WELLINGTON, Nov. 26 (Xinhuanet) -- A third of New Zealand women are shoved, kicked, beaten or sexually assaulted by their partner during their life, a study has found.
The Auckland University research, published in New Zealand Medical Journal Friday, found women who had been assaulted were twice as likely to seek medical help for ill health and 2.5 times more likely to suffer emotional distress and suicidal thoughts.
The study suggested New Zealand had a higher domestic violence rate than the United States or Australia.
The research was part of a World Health Organization study involving interviews with 30,000 women from 10 countries.
Principal researcher Dr Janet Fanslow, of the university's School of Population Health, said the most worrying aspect was that intimate partner violence, even if it was in the past, was significantly associated with present physical and mental health problems, including depression, sleep problems and suicide attempts.
Interviews with 2855 women aged 18 to 64 found 33 percent in Auckland and 39 percent in Waikato had experienced physical and/orsexual violence from a partner.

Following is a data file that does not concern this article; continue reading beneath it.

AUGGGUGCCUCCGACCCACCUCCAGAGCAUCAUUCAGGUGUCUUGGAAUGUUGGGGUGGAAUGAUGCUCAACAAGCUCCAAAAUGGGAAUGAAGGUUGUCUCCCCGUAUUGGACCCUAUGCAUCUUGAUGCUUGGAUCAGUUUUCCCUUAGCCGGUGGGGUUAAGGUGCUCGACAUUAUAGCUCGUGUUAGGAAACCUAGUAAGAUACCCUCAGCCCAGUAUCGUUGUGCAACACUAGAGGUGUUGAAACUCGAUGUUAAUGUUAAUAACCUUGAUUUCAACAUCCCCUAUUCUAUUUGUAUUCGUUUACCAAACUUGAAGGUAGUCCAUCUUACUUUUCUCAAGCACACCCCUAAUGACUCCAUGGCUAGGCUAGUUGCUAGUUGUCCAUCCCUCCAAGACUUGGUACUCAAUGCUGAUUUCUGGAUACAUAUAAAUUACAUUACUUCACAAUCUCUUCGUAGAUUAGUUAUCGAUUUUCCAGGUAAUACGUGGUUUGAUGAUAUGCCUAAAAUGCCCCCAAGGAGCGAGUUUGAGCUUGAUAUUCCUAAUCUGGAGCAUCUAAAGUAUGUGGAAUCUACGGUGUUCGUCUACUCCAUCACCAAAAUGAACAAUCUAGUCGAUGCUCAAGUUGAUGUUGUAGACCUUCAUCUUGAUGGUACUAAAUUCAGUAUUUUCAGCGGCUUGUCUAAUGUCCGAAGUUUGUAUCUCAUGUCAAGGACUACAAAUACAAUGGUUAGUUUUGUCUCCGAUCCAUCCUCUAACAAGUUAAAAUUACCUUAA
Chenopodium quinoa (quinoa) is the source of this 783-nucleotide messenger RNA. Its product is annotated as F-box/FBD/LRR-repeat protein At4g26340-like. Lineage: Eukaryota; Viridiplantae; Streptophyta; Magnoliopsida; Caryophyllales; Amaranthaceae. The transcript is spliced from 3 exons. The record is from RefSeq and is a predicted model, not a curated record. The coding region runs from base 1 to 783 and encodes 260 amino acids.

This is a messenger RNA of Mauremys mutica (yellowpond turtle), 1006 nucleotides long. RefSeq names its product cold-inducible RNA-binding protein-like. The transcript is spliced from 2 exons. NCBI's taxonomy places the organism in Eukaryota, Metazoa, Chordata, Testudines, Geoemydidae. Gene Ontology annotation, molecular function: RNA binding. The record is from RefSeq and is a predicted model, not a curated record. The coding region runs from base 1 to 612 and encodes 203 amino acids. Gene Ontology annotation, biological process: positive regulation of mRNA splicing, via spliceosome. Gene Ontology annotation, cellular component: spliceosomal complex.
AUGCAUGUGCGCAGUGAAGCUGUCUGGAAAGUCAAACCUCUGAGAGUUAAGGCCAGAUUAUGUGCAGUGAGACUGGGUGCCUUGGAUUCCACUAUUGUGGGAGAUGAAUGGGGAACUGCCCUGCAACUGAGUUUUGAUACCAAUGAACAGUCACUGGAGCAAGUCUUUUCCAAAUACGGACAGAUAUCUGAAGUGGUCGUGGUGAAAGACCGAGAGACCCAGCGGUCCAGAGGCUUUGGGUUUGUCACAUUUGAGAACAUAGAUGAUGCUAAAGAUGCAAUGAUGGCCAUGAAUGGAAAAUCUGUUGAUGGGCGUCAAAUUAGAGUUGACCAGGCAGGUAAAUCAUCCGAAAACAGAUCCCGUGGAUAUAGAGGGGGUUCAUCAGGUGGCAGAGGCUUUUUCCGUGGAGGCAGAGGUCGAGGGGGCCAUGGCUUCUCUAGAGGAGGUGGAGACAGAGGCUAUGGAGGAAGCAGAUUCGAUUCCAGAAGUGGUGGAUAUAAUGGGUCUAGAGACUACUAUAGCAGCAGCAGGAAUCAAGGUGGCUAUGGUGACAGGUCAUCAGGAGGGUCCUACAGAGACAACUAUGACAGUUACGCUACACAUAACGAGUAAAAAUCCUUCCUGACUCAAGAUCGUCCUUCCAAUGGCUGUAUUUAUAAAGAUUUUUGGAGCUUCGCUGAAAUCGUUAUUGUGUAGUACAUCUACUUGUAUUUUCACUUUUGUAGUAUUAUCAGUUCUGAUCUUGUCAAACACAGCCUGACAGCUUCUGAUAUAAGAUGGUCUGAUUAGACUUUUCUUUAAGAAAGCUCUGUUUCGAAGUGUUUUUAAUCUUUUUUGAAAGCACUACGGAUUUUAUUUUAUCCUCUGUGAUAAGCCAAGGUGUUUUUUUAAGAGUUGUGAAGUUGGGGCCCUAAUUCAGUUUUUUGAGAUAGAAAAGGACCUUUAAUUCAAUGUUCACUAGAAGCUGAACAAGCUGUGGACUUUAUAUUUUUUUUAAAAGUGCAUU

Women who experienced moderate or severe physical violence (kicked, choked or burned on purpose) were more likely to suffer sexual violence, such as being forced to have sex.
Physical violence included being slapped, shoved, having hair pulled, choked or threatened with a weapon.
"We teach women to fear walking into dark alleys and (violence)by strangers, but the biggest risk for women is violence from their partners," Fanslow said.
The results show New Zealand has a higher violence rate than the United States, where one in five women face violence, and Australia, where 22 percent face violence.
Janet Lake, spokeswoman for the National Collective of Independent Women's Refuges, said the results were alarming, but not surprising.
Every year the number of women and children using refuges increased, she said.
Brian Garner, manager of the National Network of Stopping Violence Services, said men should be ashamed by the findings.
"As a man in New Zealand I feel sad and ashamed that so many men are beating, abusing and killing their partners. That's not how to care for those close to us," Garner said.
Fanslow called for more early intervention schemes, particularly among doctors, who see victims of violence more often."We need some investment in intervention otherwise we're just picking up the pieces." Enditem¡¡